LACs for Asian Male: Would you share your experience?

<p>If you have (or know) an Asian boy in a LAC, would you share your experience?</p>

<p>Is your child happy at the school?
What are the cons and pros of LACs?</p>

<p>We are middle class family and we can contribute about $35K per year. Can we financially do it?</p>

<p>My child is attending one of the elite high schools and his numbers are quite high so that he could be competitive at any college. </p>

<p>Would you share your experience?</p>

<p>He might do well to get merit aid at a school like Grinnell, which is a very good school, with very good reputation, where Asians are underrepresented. The Asian boys who were best friends with my daughter in high school went to small engineering colleges that had an emphasis of Liberal Arts requirements: Harvey Mudd and Olin, but also applied to Grinnell, as did she.</p>

<p>Is this boy from overseas or is he American?</p>

<p>You can do a search here and read a lot about LAC's. The top ones are highly regarded and have a reputation to send kids to professional and grad schools at an equal or higher rate than top universities. He can also look at Universities that have a small undergrad enrollment and LAC-like reputation for looking out for undergrads, like UChicago and Brown .</p>

<p>Hi BT. I'm not a parent, but I do know a thing or two about being an Asian male at an LAC. From my experience, when trying to choose between a university and a liberal arts college, personality has a lot to do with "fit", sometime moreso than sex or ethnicity per se, since it is sometimes hard to generalize for all Asians or all men. Nevertheless, there are some important aspects to consider as an Asian male when applying to LACs:</p>

<p>+Scholarship money- As BrownParent talked about, many LACs are looking for minorities AND boys and are also some of the few places that consider Asians diverse.</p>

<p>+Male to female ratio- Many LACs are known to have slightly to significantly more female than male students. I don't personally find this to be an issue, but as you can imagine some guys would.</p>

<p>+Sports- Another typical guy thing. While LACs pay varying amounts of attention to the different levels of sports (IM, club, varsity), they are generally not the place to look for big rah-rah sports culture.</p>

<p>+Culture shock- If the student in question has a strong Asian cultural upbringing, would he be okay with the fact that many of his peers may not share this upbringing? Every student needs time to adjust to college life, but it may sometimes be more difficult for an Asian student than your typical Caucasian student. I had a few small issues in this regard, but this is also something that can only be evaluated in the context of an individual student. </p>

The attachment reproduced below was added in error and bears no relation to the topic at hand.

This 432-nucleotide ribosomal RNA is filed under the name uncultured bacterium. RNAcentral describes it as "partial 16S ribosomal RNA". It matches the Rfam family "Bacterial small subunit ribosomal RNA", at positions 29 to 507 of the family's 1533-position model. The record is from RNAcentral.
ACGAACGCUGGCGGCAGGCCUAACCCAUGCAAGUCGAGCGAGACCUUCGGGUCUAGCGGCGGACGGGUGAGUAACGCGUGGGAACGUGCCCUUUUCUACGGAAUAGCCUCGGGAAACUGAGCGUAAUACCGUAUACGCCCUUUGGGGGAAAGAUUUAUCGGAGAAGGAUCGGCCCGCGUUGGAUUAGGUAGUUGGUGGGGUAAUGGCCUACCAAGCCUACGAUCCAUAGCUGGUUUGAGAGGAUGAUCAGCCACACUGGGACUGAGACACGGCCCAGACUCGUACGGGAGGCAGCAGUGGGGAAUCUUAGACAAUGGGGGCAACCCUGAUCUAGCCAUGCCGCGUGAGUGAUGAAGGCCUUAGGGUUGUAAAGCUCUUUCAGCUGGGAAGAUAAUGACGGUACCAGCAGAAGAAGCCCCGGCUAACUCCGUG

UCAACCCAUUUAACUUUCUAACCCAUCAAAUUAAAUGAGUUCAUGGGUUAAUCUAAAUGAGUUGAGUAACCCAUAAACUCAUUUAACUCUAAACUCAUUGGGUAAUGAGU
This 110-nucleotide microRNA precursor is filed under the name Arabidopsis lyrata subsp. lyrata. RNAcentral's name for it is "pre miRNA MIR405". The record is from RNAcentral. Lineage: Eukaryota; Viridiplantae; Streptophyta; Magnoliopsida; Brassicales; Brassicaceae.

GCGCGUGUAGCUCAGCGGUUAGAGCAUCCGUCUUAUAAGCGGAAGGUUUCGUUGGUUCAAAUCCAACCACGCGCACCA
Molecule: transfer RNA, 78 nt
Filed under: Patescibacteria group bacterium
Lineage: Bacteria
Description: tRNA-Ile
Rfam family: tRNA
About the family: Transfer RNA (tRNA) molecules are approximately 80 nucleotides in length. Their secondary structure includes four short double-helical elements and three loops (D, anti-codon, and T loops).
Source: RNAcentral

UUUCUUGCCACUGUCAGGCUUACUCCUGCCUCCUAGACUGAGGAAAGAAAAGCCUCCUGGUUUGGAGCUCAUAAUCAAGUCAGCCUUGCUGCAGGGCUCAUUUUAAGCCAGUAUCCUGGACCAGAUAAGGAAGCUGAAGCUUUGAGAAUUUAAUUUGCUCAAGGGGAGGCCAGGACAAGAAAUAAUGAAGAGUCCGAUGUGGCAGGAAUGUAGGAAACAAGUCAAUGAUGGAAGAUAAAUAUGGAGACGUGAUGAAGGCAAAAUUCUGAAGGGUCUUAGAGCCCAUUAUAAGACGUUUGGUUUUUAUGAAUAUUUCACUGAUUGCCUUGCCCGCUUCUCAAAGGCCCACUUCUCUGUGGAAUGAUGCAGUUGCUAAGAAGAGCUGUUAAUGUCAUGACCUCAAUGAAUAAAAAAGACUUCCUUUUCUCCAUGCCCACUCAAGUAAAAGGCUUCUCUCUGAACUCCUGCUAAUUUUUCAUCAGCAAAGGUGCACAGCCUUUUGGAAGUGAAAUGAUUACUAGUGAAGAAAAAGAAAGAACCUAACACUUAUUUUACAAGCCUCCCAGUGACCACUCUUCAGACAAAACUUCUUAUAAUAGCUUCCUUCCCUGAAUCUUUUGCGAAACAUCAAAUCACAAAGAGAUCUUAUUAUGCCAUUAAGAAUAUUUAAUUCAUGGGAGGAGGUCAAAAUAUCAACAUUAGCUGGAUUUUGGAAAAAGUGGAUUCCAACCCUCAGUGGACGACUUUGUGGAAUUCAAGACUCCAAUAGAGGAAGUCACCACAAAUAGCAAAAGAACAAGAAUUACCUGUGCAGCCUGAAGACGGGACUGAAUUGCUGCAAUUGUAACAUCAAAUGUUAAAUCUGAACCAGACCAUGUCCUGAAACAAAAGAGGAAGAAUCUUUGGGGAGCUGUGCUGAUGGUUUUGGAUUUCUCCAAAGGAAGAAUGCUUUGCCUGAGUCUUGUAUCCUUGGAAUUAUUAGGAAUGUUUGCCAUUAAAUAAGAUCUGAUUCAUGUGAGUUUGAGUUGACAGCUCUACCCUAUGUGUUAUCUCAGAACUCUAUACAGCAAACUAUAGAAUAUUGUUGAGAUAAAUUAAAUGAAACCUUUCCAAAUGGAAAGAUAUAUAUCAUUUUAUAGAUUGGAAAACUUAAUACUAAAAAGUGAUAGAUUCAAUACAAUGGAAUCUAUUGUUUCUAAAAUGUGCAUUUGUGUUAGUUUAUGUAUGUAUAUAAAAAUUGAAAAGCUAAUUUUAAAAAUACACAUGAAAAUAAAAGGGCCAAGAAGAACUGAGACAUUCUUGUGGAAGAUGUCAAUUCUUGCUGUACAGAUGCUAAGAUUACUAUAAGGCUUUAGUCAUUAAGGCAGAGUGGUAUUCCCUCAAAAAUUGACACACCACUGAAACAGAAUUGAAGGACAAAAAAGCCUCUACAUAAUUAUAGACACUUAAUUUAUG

<p>I would say that overall, though, my experience at school has been overwhelmingly positive. If your student is qualified and thinks LACs may be in the cards, I would encourage him to visit, meet other students, and see what happens. Not all LACs are the same, and many times it really has to do with how prospective students get along with current students and faculty and the general "feel" of the school. It sounds like he has a good shot at a number of top-notch LACs, so good luck!</p>

<p>(Also, I would be happy to talk about my own LAC experiences in further detail via PM, if you think that would be helpful.)</p>

<p>Almost all of the better Universities and LAC's have more asians in percentile than the general population of the USA. This means that there is no advantage to being asian at these schools.</p>

<p>
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Almost all of the better Universities and LAC's have more asians in percentile than the general population of the USA. This means that there is no advantage to being asian at these schools.

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</p>

<p>Agreed. There may have been a time in the not-too-distant past where top LACs didn't have many Asian students, but that isn't the case now, and while I don't know what the gender breakdown of the Asian students at said schools is, I doubt it's so skewed as to warrant "affirmative action" for Asian males. A few percentages as follows:</p>

<ol>
<li><p>[url=<a href="http://www.swarthmore.edu/Documents/administration/ir/cds2009.pdf%5DSwarthmore%5B/url"&gt;http://www.swarthmore.edu/Documents/administration/ir/cds2009.pdf]Swarthmore[/url&lt;/a&gt;] is 16.4% Asian with 11.0% of its student body declining to self-identify racial classification.</p></li>
<li><p>[url=<a href="https://www.amherst.edu/media/view/169053/original/2009%20Enrollment%20and%20Persistence.pdf%5DAmherst%5B/url"&gt;https://www.amherst.edu/media/view/169053/original/2009%20Enrollment%20and%20Persistence.pdf]Amherst[/url&lt;/a&gt;] is 10.5% Asian with 20.6% of its student body declining to self-identity racial classification. (Note: To be fair, Amherst does not use "racial trumping," and so some of these students did self-identify, but they identified as multiracial.)</p></li>